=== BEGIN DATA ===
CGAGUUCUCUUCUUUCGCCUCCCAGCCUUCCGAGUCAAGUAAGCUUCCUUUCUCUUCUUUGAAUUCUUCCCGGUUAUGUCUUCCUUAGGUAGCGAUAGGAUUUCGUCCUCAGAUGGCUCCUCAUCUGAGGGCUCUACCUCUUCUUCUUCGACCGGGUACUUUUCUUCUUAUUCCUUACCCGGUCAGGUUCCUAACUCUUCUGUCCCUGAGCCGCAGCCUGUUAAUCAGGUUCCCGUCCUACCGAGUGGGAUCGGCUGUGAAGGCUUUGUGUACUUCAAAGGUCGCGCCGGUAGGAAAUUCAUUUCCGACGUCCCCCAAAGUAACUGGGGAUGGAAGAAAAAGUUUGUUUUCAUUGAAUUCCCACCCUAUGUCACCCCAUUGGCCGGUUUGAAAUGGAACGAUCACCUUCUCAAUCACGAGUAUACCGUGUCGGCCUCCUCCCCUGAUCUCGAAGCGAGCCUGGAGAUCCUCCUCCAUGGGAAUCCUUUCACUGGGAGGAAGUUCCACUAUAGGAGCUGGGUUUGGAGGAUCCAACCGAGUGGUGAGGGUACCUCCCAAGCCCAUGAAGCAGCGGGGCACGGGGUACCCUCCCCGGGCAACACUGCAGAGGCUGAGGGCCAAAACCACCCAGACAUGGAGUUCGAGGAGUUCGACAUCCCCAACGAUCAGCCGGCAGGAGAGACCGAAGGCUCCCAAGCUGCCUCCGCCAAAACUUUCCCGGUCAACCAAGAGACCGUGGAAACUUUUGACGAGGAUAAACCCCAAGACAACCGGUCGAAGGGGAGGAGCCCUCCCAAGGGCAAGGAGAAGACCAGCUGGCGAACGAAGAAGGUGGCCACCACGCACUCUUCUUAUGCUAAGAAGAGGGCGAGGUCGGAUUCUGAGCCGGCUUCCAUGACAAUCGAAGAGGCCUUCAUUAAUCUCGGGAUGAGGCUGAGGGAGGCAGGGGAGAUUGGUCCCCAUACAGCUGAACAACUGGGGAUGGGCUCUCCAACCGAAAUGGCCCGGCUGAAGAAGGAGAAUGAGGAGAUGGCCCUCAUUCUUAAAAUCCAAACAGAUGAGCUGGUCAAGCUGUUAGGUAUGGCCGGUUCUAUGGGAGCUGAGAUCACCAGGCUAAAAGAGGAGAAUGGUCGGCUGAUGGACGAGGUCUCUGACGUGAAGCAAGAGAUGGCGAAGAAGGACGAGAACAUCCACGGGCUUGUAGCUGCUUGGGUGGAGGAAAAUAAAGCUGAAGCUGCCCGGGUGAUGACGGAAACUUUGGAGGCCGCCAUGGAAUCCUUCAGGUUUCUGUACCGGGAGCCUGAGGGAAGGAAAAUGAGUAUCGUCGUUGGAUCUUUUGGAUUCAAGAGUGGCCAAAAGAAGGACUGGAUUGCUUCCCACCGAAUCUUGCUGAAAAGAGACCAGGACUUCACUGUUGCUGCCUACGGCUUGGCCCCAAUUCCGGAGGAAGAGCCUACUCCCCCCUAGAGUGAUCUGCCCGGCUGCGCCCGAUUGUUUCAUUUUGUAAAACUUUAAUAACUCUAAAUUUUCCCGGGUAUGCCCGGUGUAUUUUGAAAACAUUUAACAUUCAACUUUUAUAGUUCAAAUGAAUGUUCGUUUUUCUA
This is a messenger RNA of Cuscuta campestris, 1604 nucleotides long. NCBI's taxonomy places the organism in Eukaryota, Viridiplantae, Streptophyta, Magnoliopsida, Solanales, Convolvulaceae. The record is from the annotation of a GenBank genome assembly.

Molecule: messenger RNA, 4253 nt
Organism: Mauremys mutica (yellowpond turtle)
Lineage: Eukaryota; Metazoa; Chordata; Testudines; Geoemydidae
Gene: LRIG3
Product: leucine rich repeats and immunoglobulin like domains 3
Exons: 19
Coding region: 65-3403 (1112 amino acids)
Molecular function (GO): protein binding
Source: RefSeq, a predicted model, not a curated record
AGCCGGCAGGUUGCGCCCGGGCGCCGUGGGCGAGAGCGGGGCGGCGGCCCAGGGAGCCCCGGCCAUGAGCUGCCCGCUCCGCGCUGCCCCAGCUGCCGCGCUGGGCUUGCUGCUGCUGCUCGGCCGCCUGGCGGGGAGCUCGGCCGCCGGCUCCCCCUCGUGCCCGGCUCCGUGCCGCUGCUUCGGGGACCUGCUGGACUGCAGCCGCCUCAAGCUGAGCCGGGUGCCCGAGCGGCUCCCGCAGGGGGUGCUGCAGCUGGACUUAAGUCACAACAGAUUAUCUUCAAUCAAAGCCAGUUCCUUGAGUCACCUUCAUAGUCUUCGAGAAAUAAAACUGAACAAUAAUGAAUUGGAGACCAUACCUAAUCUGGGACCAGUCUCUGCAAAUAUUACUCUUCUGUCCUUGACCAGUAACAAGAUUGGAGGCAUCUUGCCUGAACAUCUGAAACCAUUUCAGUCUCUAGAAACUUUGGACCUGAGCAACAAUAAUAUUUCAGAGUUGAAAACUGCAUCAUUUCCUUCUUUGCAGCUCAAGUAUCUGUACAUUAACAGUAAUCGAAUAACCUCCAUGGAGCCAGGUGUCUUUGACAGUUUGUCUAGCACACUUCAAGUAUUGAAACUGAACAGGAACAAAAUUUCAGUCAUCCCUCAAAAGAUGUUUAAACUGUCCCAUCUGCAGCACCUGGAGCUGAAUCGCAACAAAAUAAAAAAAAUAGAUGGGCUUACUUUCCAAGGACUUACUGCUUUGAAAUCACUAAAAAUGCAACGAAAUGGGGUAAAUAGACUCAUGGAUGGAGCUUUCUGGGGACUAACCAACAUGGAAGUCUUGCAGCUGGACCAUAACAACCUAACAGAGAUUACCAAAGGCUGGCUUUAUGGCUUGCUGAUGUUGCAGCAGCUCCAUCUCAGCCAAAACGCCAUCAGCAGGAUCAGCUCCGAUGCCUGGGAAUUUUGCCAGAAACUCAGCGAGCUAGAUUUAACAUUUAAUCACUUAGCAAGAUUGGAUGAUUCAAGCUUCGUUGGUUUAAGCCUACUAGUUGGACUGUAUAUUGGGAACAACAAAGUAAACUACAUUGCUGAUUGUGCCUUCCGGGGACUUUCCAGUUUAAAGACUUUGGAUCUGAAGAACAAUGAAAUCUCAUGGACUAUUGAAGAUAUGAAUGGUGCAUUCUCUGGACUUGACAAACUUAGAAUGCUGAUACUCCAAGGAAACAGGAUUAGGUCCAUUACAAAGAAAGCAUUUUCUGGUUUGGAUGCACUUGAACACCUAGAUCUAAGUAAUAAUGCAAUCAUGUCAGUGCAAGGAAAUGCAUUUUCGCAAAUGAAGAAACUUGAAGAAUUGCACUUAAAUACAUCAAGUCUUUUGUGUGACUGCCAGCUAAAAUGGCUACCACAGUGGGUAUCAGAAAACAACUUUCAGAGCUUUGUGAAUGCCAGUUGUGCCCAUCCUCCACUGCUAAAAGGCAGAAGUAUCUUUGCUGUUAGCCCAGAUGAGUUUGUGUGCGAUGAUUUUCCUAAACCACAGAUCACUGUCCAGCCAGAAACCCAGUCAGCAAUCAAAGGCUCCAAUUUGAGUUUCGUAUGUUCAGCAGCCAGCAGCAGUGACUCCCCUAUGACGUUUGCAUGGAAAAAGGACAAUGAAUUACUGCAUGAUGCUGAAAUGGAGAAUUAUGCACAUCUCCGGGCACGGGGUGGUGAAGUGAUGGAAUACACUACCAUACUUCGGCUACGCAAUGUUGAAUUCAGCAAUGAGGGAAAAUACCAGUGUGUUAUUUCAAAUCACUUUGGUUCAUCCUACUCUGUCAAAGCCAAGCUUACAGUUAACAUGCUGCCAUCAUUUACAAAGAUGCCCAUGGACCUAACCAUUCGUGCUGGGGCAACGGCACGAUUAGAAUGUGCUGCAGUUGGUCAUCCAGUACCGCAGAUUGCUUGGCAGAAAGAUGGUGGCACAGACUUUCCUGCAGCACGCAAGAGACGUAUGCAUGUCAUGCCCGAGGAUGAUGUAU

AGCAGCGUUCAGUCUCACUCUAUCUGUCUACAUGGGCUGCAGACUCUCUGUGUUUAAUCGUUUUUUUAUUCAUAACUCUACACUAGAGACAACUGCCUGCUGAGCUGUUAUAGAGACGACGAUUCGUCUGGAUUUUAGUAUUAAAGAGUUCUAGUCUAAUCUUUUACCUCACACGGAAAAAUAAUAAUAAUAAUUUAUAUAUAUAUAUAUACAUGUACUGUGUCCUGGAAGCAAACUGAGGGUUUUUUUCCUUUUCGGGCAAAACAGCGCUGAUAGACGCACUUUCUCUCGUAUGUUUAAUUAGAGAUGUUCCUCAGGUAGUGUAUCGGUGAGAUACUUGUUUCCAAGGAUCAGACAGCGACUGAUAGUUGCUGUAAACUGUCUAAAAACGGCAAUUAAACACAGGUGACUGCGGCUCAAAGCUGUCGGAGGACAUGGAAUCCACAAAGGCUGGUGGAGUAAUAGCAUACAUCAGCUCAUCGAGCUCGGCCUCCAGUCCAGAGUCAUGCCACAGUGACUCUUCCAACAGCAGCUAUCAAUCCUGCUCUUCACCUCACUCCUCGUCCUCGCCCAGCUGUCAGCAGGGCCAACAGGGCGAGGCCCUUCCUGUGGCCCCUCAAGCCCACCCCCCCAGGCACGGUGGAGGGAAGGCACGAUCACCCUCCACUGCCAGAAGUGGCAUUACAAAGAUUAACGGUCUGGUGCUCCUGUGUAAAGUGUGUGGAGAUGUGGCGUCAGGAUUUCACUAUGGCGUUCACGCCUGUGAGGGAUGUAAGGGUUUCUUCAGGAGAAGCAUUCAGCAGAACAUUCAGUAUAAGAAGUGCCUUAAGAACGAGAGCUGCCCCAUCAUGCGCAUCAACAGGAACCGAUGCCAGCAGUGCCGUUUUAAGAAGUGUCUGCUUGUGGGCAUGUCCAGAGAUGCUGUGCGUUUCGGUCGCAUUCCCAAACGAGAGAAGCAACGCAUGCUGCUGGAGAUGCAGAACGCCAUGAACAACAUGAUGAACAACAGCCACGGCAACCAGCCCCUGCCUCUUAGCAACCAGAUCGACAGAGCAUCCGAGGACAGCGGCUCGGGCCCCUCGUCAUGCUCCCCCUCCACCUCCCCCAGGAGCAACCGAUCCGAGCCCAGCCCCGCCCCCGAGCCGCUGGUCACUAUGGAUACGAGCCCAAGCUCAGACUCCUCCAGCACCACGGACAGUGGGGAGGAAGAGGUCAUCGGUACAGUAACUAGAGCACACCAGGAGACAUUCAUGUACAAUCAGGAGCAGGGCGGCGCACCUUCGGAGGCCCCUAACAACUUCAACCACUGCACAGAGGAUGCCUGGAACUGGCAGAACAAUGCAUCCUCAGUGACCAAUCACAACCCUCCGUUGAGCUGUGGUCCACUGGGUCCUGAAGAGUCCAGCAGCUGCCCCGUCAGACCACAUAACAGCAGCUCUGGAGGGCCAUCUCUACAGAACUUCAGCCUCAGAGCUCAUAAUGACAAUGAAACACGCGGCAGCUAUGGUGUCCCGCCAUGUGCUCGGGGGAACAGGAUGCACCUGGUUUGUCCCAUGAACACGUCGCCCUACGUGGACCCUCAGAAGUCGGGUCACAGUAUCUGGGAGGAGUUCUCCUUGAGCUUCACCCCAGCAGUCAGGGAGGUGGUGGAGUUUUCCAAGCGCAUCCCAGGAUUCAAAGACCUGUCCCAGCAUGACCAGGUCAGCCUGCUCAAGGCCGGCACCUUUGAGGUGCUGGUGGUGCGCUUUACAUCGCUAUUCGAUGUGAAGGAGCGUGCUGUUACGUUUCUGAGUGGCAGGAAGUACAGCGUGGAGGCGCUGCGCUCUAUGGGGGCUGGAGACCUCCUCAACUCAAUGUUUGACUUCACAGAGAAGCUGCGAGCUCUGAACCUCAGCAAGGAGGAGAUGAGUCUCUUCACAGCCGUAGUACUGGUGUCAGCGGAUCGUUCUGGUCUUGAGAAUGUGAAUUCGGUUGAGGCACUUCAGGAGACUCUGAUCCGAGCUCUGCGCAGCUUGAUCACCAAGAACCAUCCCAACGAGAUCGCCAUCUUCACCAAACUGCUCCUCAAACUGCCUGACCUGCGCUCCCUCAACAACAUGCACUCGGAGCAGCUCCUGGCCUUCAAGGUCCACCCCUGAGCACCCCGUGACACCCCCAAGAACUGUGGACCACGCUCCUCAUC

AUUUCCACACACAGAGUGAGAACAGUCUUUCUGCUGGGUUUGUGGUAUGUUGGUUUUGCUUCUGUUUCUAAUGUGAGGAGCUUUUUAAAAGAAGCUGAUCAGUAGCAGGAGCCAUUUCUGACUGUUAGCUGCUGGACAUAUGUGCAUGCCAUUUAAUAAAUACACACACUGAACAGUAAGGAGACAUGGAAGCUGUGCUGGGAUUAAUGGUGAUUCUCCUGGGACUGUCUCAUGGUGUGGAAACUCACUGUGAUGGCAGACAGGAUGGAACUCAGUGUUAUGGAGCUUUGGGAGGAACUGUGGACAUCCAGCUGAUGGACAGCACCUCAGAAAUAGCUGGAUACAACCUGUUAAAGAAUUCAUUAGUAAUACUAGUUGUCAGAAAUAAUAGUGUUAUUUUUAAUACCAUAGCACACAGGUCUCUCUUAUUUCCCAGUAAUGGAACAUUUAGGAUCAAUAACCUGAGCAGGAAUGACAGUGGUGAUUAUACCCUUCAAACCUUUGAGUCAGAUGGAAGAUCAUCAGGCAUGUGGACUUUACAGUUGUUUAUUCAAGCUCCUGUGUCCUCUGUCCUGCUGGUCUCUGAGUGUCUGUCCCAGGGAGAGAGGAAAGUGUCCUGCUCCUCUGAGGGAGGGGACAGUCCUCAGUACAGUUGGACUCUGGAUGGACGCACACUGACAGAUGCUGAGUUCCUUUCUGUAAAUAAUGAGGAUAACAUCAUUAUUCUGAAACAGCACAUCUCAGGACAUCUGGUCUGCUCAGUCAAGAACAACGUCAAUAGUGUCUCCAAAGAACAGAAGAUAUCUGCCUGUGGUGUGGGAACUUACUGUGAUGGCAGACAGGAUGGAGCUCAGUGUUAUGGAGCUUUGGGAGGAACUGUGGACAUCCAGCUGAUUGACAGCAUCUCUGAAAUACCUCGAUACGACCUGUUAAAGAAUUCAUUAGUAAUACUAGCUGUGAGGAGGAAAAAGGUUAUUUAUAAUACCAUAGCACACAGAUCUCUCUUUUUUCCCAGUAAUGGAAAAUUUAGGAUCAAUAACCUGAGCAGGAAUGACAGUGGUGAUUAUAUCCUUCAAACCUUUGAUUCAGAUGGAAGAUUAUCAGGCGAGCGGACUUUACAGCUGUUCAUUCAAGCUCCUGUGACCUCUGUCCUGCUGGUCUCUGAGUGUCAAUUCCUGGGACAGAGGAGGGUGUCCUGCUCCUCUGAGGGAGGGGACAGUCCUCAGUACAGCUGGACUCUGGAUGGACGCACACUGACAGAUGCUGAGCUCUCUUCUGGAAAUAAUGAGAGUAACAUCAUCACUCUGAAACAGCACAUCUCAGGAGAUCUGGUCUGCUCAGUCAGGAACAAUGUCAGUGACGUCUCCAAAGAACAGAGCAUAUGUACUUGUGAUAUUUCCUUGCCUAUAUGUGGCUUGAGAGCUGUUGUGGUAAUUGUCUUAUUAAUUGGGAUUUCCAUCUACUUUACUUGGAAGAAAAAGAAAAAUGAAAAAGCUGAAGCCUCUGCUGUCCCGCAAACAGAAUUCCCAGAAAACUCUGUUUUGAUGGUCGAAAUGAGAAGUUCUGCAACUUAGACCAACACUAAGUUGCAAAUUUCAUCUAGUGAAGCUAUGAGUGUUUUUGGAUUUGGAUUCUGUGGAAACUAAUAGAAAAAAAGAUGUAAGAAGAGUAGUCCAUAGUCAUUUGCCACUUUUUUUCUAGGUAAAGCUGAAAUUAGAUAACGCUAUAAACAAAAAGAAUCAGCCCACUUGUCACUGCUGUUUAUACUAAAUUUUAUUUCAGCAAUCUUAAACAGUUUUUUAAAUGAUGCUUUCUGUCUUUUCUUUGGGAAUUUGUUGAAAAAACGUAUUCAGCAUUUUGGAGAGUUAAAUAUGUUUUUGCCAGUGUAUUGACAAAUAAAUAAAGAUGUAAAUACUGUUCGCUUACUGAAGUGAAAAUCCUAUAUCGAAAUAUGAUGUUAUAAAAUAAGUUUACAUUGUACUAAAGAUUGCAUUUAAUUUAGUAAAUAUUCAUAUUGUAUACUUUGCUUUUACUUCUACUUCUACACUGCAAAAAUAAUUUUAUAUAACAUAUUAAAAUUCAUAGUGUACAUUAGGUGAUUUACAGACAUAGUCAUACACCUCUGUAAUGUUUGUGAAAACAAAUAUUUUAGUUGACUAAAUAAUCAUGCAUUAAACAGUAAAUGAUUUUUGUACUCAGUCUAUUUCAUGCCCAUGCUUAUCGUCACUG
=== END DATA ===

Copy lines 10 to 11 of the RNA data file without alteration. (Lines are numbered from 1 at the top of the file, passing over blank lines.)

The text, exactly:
Molecular function (GO): protein binding
Source: RefSeq, a predicted model, not a curated record